How to Use the Easy Shaper

The Easy Shaper provides a complete strength training program that tones the primary areas of the body that people most want to get in shape: legs (primarily inner and outer thighs), buns, abdominals and arms. The machine requires assembly before use. Consult the owner's manual for assembly instructions and important warnings for safe use. The package will generally include a DVD with two workouts: a beginning routine that includes about 15 minutes of bun, thigh and abdominal work as well as a routine that takes about 30 minutes. It is called "For Women Only." It is best for everyone to start with the beginner's video regardless of current fitness level, and the routines should be performed barefoot.

Start the workout with a warm-up routine. The DVD provides a routine on the machine itself for both workout levels, or you can do your own. The owner's manual suggests that the ideal warm-up should consist of 5 to 10 minutes of gentle exercises that loosen your muscles and get your heart pumping a little faster. Then you are ready to move through the recommended exercises on the machine, using the beginning DVD routine or the manual. The standard number of repetitions is four to eight at varying tempos.

The first exercise in the beginning DVD routine is the leg press. Lie facing upward with your back on the body bench and head on the head rest, holding onto the hand grips that are on each side of the head rest. Do the first group of leg presses with feet facing forward on the press bar. This works the front of your thighs. Do the second group with the toes angled outwards, which works the inner and outer thighs. The final group of leg presses is done one leg at a time, first with the straight foot presses and then with the angled foot presses.

The next group of exercises is the side leg presses. Lie sideways with your body on the body bench and your outer hand holding the hand grip while your inner arm rests in front of you. Place your outer foot on the press bar with your toes angled outwards and push out on the bar. The second foot position is angled inward. Then change sides and do both positions on the other side.

For the derrière work, kneel on the body bench with your legs as close to the press bar as possible and your hands gripping the front of the head rest. Start with a couple of "cat stretches" in which you round your back upwards and then straighten it. Then place one foot on the press bar, pressing backwards. Do no more than eight repetitions at slow and fast tempos with each leg until you gain strength.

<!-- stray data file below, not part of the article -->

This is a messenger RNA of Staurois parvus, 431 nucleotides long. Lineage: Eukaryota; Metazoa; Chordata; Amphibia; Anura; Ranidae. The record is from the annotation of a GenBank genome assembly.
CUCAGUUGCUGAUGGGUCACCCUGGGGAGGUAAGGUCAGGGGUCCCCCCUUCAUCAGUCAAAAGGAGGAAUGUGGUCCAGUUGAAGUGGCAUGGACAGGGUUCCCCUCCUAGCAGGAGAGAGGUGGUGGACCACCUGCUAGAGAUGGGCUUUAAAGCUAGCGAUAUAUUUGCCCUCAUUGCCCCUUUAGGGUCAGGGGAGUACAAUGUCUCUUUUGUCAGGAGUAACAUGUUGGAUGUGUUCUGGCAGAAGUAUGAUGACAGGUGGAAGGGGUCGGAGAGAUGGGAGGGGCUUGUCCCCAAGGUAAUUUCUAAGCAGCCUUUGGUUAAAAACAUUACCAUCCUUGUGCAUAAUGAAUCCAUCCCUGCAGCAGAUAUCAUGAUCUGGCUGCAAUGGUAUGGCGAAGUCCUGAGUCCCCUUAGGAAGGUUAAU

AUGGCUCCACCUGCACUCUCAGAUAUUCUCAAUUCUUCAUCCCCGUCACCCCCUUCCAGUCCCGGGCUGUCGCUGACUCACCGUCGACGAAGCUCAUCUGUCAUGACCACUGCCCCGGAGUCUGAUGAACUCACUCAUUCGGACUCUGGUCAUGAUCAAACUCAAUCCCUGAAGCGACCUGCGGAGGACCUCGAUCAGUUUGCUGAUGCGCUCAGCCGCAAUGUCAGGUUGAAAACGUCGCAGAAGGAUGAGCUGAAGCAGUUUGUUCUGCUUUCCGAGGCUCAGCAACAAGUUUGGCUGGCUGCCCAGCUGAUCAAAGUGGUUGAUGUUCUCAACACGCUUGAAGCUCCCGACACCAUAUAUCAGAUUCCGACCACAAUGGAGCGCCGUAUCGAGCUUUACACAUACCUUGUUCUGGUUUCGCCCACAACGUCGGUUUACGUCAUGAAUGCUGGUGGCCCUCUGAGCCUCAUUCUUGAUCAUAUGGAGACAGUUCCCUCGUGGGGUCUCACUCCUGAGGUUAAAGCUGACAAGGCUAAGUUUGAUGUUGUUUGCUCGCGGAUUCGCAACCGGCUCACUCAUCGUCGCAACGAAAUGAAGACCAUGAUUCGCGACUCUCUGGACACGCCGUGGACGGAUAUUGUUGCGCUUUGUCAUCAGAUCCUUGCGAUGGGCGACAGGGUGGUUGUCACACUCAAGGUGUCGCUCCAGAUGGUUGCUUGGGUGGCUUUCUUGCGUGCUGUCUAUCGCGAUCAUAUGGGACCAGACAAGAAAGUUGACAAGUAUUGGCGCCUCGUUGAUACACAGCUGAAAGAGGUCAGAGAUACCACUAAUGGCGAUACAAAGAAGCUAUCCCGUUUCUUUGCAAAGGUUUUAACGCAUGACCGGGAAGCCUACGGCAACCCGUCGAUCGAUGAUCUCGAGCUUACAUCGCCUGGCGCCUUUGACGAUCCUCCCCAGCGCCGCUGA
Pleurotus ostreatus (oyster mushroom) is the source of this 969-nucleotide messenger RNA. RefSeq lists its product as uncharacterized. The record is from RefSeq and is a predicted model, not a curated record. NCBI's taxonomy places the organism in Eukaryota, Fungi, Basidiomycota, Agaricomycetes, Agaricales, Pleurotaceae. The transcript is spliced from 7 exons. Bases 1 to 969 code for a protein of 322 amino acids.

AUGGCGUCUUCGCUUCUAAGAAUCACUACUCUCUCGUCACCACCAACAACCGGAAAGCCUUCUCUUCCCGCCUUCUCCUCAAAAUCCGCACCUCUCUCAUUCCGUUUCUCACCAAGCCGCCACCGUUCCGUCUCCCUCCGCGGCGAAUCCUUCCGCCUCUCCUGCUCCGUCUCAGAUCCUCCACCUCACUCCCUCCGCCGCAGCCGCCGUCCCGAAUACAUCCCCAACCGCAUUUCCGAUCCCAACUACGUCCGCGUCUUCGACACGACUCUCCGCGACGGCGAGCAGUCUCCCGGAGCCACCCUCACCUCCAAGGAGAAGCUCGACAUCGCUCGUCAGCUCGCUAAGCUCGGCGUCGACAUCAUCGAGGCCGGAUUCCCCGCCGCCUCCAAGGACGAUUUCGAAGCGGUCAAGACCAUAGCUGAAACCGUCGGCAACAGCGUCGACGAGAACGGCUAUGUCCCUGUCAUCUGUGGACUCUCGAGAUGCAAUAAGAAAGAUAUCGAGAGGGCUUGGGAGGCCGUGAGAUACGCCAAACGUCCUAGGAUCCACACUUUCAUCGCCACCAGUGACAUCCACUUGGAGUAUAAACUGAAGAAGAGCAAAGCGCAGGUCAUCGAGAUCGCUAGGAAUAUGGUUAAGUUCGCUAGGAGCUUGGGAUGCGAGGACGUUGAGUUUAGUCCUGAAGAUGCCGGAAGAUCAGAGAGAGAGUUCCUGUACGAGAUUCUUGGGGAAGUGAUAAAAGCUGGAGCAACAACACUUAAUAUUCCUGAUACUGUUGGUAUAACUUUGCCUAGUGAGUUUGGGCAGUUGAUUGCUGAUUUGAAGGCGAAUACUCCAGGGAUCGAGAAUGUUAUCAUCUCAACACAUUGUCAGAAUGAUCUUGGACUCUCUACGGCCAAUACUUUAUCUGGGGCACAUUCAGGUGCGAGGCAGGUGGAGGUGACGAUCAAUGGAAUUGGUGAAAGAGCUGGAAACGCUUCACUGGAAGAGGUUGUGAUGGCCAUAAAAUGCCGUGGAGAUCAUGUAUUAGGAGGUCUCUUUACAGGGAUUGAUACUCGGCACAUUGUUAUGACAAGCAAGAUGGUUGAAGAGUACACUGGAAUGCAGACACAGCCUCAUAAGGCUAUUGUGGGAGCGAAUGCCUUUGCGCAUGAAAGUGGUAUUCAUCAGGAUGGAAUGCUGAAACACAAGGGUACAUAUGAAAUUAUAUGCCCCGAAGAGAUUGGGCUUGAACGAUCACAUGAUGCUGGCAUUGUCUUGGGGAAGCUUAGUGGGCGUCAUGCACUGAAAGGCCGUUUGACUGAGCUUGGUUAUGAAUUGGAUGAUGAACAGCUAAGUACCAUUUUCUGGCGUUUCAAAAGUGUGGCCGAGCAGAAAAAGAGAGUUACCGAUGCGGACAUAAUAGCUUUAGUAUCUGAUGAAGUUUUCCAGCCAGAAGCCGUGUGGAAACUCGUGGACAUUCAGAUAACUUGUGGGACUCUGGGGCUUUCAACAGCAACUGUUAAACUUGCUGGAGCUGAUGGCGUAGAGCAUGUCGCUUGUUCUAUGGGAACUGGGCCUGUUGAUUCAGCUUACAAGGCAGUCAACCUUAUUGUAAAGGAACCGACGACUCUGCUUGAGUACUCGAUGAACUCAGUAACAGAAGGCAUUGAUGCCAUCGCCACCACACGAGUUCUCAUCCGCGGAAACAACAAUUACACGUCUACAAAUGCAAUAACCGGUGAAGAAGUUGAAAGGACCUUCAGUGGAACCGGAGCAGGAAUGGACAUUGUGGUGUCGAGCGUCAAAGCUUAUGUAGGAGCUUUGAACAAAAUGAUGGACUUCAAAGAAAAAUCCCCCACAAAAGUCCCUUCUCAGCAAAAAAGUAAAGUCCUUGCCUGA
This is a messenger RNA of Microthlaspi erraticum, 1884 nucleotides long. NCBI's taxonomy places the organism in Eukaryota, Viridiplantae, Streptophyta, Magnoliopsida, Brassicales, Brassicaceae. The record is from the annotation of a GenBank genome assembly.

There are two positions for the abdominal work. The first position is lying down with your head on the head rest and your back against the body bench, holding onto the hand grips. In the first exercise, with your feet held straight up, lift the head rest upward four times and contract your abs, then hold that position a few seconds. Repeat the routine four times. Then place your feet on the press bar and your elbows at your side on the body bench while pushing out on the press bar very quickly. In the final abdominal exercise, place your back against the press bar with hands on each opposite shoulder. Push your back against the press bar 16 times.

Cool down. Do your own cool-down routine that relaxes your muscles, or use the one demonstrated at the end of the 30-minute DVD workout.


When you are doing the leg work on the Easy Shaper, make sure you are pushing your heels out toward the bar as hard as you can to ensure resistance. When you feel strong enough, advance to the 30-minute DVD workout. That workout adds upper bodywork.


Do not put your hands underneath the back rest (body bench). You might want to begin with one resistance band only on one side of the machine. When you get stronger, you can put the second band on the OTHER side of the machine. Never use any more than one band on each side of the machine.

Things You'll Need

  • The Easy Shaper machine
  • DVD or owner's manual
  • Comfortable workout clothes


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About the Author

Cathy Wentz works out of Cedar City, Utah. She wrote for two weekly newspapers, the "Cedar City Review" and "Iron County Today," in the past three years. She currently writes on a freelance basis for The Spectrum's "Cedar City Daily News." She has a bachelor’s degree in English from the University of California, Santa Barbara.